Financial Affairs

A Lasting Power of Attorney (LPA) for financial affairs is an essential tool that allows you to appoint someone you trust to manage financial decisions if you lack or have lost mental capacity. This can include paying bills, managing bank accounts, and making investment decisions. Without an LPA, your loved ones might face significant hurdles, including potential legal battles, to gain the authority to manage your finances. This can lead to unpaid bills, financial loss, and unnecessary stress during a challenging time.

Mental Capacity and Healthcare Decisions

Similarly, an LPA for health and welfare empowers a trusted individual to make healthcare decisions on your behalf, should you be unable to do so. This can cover a range of decisions, from routine medical care to life-sustaining treatment preferences. Having an LPA ensures that your healthcare wishes are known and can be acted upon, including choosing to refuse life-sustaining treatment providing peace of mind to you and your family.

This health and welfare lasting power of attorney works alongside the Mental Capacity Act to ensure a legal framework is in place for acting and making decisions for adults who cannot make particular decisions for themselves.

Wills and LPA Requirements and Processes

Creating a Will

There are specific requirements when you create a will, and these are in place to protect your welfare. The document is legally binding, so it’s essential to do everything correctly. For a will to be legally valid, you must:

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Be 18 or over.

Make it voluntarily

Be of sound mind.

Make it in writing.

Sign it in the presence of two witnesses who are both over 18

Have it signed by your two witnesses in your presence?

You and your witnesses must sign the same document. When you sign the document, both witnesses must have a clear view of you and the act of signing. Similarly, when your witnesses sign, you must be able to see the same.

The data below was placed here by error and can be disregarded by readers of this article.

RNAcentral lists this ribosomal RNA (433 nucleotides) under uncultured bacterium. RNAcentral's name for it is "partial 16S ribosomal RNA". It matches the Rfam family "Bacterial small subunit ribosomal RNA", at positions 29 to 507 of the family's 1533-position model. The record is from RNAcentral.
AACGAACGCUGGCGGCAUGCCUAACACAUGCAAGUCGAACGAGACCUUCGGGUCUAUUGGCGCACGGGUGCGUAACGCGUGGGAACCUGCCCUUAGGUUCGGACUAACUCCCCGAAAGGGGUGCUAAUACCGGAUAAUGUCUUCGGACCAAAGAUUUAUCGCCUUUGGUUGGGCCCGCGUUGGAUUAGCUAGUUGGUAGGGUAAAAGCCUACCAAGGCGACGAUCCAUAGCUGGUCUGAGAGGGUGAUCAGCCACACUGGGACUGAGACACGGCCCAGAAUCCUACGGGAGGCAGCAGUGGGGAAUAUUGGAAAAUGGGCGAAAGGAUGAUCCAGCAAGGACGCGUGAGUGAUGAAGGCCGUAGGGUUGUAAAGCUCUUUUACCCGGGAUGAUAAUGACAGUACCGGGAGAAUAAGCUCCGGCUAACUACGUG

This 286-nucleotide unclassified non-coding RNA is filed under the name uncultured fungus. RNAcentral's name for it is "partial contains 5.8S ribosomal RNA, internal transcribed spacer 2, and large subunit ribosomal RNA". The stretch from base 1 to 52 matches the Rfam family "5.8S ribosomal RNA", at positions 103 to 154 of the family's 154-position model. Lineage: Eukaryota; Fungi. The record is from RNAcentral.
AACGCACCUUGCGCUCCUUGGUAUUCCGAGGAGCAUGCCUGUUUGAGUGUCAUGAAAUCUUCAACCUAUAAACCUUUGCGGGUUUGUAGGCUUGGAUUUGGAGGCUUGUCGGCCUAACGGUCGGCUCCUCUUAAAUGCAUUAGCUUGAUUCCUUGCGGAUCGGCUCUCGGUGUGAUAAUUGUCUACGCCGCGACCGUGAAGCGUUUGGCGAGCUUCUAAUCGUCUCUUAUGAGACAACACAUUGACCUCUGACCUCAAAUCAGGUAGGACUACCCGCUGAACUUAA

Your witnesses do not need to sign it at the same time as each other.

Setting Up an LPA

For a lasting power of attorney, the rules are similar. You must:

  • Be 18 or over.
  • Have the mental capacity to make your own decisions

To make a lasting power of attorney, you choose your attorney, fill in the forms to make them your appointed attorney, and then register your LPA with the Office of the Public Guardian. This can take up to 20 weeks and has a registration fee of £82. It can also be cancelled if you no longer need it.

Taking Action

Regularly Update Your Legal Document

Remember to always keep your documents up to date. You should review your will every five years and after any significant change in your life, for example:

  • Getting separated or divorced
  • Getting married (this cancels all previous wills)
  • Having a child
  • Moving house
  • If the executor named in the will dies

Consult with Professionals

To safeguard your future and cement legal authority, speak to a professional today. At Bower Home Finance, we’re the experts regarding wills and lasting powers of attorney. We have your best interest and vast experience in dealing with such matters. No matter your circumstances, we take care of everything and get documents written, signed, and approved quickly.